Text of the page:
The bottom image is the new logo for Northern Light Media, made from one of the art prints which my sister, Susan Patch, created from a photograph I took last summer of the Raymond Greise barn on Outer Springer Loop Road, south of Palmer.
The book is in the final stages of production and will be published the first week of May, 2013.
The beautifully photogenic Matanuska Colony barns lend themselves well to artistic expression, and a series of barn images, created by Susan Patch from photos which will appear in the forthcoming book, The Matanuska Colony Barns, are available online at Fine Art America.
Six barn designs are currently available: the Wineck barn at the Alaska State Fairgrounds; the Bailey barn, which is on the National Register of Historic Places; the Venne barn, which is part of the RG Farm on the Outer Springer Loop Road; the Greise barn on the Springer System; the Barry barn on Campbell Road; and the Breeden barn at the Museum of Alaska Transportation and Industry, north of Wasilla. More Colony barn images will soon be added to the series.
FineArtAmerica.com takes care of the printing, framing, matting, packaging, shipping, and delivers “ready-to-hang” artwork. Each image is also available on greeting cards. Take a few minutes to browse the beautiful images!
Adapted from the forthcoming book, Matanuska Colony Barns:
The first shelters for animals in Alaska were likely the small crudely-built dog barns for the passenger, freight, and mail dogteams which traveled the winter trails. When staying in one place for a length of time, dog drivers would construct rough canvas tents for their teams, and many owners built dog barns to house their weary dogs in more comfort at home. In Buildings of Alaska, Alison Hoagland describes a dog barn built by James Taylor, “a miner turned trapper who built himself an intricate set of buildings on the north side of the Yukon River, probably in about 1924.”
Hoagland detailed the dog barn which Taylor built for his team: “The dog barn, a low cabin with saddle-notched log walls, has six stalls with vertical-pole walls. Each stall has its own door, operable by an outside lever. Taylor also built individual doghouses out of logs and extensive vertical-pole corrals that led down to a stream.”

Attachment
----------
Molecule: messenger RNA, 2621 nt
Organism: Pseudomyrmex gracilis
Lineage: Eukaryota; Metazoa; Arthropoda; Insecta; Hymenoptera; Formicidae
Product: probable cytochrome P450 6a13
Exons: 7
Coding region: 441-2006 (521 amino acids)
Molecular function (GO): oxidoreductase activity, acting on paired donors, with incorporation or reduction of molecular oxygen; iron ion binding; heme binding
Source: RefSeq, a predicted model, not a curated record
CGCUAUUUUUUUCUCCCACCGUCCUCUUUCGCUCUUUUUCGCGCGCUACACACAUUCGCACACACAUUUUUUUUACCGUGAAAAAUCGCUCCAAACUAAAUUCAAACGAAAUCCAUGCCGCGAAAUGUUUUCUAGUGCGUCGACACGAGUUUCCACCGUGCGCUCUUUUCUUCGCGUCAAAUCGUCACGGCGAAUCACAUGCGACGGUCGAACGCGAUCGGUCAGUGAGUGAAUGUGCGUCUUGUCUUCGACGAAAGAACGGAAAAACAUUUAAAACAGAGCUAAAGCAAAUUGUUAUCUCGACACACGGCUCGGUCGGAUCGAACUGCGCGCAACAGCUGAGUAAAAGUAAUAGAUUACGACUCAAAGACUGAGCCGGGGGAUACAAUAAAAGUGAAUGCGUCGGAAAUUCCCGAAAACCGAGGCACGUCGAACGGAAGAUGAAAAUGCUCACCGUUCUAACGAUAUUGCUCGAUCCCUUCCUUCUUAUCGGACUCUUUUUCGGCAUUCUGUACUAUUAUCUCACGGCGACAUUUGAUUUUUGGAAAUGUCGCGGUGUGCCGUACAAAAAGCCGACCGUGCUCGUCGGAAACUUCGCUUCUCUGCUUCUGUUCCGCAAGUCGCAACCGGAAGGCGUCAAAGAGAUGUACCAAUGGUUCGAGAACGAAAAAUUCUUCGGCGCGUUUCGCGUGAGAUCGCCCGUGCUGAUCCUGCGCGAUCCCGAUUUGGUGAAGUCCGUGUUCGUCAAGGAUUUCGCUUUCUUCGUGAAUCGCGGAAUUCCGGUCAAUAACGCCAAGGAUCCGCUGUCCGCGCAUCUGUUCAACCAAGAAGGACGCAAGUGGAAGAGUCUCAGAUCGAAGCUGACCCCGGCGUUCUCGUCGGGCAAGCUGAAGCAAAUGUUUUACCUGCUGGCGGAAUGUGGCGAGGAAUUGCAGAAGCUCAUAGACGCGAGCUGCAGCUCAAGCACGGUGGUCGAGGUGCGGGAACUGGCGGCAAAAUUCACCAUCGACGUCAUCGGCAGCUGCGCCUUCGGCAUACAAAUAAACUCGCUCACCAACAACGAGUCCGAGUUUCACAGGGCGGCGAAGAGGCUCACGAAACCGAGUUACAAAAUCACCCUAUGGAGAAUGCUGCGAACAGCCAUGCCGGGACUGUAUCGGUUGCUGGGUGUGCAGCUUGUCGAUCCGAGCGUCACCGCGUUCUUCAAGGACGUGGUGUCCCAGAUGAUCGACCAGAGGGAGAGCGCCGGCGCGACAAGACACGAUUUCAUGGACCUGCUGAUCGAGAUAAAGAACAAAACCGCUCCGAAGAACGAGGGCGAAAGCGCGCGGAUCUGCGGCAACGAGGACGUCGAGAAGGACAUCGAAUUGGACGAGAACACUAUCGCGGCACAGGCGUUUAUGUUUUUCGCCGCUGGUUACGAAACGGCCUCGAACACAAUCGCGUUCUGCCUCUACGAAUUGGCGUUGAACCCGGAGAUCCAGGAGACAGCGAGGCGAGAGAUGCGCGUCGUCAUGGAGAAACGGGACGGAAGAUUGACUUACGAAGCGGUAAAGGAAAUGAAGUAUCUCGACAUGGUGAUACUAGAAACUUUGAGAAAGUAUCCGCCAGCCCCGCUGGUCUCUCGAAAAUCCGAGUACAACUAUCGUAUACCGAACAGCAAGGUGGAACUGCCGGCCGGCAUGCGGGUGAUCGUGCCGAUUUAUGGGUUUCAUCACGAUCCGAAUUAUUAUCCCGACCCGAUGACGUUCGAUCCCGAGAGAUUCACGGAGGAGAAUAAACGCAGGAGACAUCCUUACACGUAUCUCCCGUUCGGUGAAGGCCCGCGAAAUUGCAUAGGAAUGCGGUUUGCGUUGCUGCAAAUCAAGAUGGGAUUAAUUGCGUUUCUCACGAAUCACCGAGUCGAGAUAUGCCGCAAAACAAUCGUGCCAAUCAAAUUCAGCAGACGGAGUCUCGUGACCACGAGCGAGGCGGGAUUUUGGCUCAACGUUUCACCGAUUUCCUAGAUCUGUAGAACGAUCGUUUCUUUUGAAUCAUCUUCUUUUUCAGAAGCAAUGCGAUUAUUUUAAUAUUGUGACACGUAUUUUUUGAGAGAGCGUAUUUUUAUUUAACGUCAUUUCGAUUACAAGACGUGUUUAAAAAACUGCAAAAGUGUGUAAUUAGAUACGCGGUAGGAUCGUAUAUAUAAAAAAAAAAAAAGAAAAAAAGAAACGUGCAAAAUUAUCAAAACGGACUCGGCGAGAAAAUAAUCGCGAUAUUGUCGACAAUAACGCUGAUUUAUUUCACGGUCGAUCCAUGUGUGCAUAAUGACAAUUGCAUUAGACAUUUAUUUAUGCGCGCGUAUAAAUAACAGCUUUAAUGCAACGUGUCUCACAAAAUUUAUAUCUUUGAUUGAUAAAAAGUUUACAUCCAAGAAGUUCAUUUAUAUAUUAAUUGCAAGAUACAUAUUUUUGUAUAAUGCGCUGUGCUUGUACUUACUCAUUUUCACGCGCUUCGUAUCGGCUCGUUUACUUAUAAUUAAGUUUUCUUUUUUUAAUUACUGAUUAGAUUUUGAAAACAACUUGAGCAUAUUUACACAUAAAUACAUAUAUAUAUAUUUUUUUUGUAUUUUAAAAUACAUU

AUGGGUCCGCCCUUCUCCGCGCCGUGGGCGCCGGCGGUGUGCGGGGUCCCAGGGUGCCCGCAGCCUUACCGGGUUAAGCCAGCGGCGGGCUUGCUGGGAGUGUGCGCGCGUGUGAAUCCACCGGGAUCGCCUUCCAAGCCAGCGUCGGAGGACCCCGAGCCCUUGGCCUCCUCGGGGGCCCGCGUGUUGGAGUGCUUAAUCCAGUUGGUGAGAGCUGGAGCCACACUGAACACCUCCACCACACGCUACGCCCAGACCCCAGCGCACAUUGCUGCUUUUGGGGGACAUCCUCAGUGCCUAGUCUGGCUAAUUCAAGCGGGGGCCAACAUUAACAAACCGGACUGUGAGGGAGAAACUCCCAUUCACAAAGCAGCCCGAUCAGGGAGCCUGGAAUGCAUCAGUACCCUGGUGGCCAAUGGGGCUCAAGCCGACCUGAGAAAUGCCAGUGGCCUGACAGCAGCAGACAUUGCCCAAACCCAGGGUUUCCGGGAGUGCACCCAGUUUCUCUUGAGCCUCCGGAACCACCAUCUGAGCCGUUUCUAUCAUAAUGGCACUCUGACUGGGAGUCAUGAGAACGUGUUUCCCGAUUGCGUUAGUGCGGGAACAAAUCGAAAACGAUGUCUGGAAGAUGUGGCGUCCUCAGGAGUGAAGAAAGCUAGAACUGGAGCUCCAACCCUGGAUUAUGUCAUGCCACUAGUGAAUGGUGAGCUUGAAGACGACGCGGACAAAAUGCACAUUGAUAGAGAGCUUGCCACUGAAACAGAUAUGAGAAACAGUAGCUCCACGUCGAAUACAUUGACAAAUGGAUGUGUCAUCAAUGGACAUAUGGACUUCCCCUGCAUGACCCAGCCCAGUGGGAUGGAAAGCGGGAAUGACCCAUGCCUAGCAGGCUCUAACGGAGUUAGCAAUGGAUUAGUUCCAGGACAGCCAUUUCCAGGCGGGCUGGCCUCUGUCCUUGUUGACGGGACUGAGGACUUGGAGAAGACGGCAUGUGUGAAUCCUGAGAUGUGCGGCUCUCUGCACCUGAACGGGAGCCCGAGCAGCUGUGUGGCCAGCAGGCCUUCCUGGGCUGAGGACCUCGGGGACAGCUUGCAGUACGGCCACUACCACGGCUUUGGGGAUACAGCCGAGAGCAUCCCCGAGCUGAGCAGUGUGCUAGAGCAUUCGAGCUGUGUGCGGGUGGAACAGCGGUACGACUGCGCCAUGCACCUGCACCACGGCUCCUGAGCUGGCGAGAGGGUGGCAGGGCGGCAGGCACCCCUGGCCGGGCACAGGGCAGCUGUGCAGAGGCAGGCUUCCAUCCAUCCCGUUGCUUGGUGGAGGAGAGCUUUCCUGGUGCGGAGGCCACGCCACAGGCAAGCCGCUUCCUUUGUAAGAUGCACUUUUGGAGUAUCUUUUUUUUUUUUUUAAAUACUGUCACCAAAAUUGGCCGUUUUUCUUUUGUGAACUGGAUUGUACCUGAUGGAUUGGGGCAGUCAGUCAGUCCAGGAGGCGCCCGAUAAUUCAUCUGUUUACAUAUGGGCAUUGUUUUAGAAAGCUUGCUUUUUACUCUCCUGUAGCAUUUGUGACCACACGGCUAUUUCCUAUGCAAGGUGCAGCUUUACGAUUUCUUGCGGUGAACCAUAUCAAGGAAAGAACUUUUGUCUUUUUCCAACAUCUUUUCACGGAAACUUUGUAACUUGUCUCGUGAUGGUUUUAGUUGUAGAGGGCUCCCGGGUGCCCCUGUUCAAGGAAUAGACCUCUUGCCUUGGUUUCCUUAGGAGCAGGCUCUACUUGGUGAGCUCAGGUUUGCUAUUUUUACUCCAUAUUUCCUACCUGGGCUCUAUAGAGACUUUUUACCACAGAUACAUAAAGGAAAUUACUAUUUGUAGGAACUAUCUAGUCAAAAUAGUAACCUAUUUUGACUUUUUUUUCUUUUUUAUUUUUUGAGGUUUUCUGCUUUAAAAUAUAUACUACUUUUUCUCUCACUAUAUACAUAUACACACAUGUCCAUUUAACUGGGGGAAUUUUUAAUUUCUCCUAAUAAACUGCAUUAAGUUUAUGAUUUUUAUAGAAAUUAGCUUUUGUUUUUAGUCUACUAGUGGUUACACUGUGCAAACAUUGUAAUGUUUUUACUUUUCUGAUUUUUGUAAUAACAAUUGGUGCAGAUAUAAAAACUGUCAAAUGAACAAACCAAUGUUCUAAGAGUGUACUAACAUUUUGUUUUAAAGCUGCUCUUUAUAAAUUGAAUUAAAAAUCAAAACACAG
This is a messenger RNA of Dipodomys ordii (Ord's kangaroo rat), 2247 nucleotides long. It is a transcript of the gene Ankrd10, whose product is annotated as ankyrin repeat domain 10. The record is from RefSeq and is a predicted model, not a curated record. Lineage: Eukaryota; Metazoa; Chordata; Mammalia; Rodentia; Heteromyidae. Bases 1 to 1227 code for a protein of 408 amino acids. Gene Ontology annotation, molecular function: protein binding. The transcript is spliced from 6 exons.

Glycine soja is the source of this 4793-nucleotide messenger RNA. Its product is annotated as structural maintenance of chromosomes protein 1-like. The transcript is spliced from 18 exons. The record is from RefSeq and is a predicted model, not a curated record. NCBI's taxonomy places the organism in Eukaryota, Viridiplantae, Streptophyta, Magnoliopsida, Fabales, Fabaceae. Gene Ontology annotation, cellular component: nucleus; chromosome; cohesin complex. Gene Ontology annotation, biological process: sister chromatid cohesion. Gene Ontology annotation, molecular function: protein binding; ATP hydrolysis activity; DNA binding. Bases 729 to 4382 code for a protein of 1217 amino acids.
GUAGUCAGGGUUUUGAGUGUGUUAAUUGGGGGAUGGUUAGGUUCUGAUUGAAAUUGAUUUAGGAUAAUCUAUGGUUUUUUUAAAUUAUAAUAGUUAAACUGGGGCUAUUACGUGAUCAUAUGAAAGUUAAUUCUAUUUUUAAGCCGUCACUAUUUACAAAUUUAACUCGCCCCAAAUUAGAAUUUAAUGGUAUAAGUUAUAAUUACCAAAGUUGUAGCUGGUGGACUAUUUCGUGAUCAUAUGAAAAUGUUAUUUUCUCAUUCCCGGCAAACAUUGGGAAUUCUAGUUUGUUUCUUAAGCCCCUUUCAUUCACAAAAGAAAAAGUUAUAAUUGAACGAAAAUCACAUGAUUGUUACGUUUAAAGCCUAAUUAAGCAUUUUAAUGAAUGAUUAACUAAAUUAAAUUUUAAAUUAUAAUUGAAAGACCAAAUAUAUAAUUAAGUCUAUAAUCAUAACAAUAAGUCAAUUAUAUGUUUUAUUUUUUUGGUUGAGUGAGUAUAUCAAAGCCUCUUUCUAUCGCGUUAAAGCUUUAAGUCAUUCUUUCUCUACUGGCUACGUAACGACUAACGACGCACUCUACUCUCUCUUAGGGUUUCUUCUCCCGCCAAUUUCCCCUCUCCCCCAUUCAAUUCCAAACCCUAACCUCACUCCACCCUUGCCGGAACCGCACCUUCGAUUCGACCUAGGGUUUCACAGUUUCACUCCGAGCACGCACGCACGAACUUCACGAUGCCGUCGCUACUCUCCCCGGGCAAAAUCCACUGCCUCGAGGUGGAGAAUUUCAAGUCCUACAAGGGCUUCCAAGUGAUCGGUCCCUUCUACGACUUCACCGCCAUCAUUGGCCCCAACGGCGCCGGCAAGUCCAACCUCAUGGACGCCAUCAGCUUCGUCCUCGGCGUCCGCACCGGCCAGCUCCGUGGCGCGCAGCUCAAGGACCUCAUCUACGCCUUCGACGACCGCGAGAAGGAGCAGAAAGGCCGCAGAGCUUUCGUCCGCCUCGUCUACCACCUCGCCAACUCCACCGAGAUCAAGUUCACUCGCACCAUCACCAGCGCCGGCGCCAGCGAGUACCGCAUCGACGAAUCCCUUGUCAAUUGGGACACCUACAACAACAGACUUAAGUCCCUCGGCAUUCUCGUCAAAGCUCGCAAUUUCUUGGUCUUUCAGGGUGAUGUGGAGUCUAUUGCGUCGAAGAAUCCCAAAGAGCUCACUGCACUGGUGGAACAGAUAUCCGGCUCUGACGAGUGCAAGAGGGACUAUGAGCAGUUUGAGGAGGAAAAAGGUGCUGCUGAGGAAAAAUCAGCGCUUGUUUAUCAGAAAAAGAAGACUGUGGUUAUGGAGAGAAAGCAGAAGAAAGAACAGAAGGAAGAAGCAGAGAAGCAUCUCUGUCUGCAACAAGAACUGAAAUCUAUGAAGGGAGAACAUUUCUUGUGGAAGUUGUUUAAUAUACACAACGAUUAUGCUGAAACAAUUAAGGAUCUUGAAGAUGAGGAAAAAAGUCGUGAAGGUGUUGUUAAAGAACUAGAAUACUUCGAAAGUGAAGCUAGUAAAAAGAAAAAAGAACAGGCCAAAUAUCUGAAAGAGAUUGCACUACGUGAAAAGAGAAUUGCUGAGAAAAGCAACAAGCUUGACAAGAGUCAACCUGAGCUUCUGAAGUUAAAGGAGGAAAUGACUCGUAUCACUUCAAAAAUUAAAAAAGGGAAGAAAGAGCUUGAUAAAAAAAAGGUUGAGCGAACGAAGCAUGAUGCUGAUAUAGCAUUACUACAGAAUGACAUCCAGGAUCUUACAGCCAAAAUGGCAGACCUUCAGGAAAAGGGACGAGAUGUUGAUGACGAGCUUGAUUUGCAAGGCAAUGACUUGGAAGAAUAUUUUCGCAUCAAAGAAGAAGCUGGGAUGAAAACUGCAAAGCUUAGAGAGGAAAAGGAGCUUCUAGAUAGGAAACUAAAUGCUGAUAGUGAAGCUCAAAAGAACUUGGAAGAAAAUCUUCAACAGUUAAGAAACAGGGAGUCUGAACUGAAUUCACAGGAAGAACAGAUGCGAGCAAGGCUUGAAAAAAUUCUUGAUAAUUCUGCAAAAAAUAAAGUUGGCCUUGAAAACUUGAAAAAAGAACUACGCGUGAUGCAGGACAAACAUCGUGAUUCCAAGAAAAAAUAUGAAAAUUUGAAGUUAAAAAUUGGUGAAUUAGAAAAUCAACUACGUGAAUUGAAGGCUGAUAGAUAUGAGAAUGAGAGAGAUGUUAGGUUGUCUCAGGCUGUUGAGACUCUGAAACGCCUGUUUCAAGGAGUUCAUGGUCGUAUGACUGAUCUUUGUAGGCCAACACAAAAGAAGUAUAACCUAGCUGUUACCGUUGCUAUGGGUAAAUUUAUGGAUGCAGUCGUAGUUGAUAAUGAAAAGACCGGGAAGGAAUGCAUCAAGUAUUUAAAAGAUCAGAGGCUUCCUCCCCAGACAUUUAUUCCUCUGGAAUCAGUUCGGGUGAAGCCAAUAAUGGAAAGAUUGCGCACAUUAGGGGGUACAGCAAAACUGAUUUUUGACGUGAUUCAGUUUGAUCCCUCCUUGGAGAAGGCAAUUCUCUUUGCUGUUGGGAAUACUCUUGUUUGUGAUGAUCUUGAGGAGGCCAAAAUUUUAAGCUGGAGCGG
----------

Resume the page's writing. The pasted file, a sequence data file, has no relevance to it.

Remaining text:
Not far from James Taylor’s dog barn, also on the Yukon River, one of the most impressive kennels in Alaska was built at the direction of then-Lieutenant William “Billy” Mitchell, who was at that time charged with building an extensive network of telegraph and cable lines that would link Alaska to the rest of the world. The Washington-Alaska Military Cable and Telegraph System (WAMCATS) would connect Fort Liscum in Valdez to other forts along the Yukon River: Fort Egbert at Eagle City, Fort Gibbon at Tanana, and St. Michael on the Bering Sea coast.
To accomplish this mission Billy Mitchell, who would later gain a Major General’s stars and earn fame and controversy as the “father of the U.S. Air Force,” bought 80 huskies, 40 sets of harnesses and 16 sleds. To house the huskies Mitchell had 19 sled dog kennels added to the south side of the mule barn. In June, 1903, Lt. Mitchell’s crews completed construction of the first telegraph line to span the interior of Alaska.
According to the booklet Eagle-Fort Egbert: A Remnant of the Past, produced through the cooperative efforts of the Bureau of Land Management and the Eagle Historical Society & Museums, the ﬁrst ﬂoor of the mule barn, or quartermaster stables, was completed prior to May 1900 at a cost of $550 for materials. It housed 53 animals. Some of the mules’ names hang above the stall doors. The hay loft was built in 1901. The barn was used until 1911. Today it contains exhibits from the past: a blacksmith area, sickbay stall, mule harnesses and hardware, old wagons, mining and agriculture memorabilia, boats and dog sleds.
Nenana: Substantial Buildings
The name Nenana means “a good place to camp between the rivers,” and before that name it was known as Toghotthele, which means, “the hill next to the river.” According to Alison K. Hoagland’s Buildings of Alaska: “At the turn of the twentieth century, Nenana was an Athapaskan Indian village. James Duke set up a trading post here in 1903, and Nenana’s history would have been unexceptional if it had not been for the Alaska Railroad. With a strategic location at the confluence of the Tanana and Nenana rivers, Nenana was originally intended as a construction camp where materials to build the railroad to the south could be unloaded from steamboats. The Alaska Engineering Commission built some substantial buildings…”
Among those “substantial buildings,” which included dormitories, a cafeteria, a hospital and others, was the A.E.C. stable and barn, a two-story log-and-frame structure known as the Headquarters Barn and Stables. Unfortunately, like almost all of the A.E.C. buildings, it no longer survives, and photos of the building are rare.
Nenana is once again a quiet place, described by one author as “…a town straight out of a Mark Twain novel: a sleepy, dusty riverside barge stop. Riverboats, in fact, still load with cargo for villages up and down the nearby Tanana River.”
Fairbanks: Creamer’s Dairy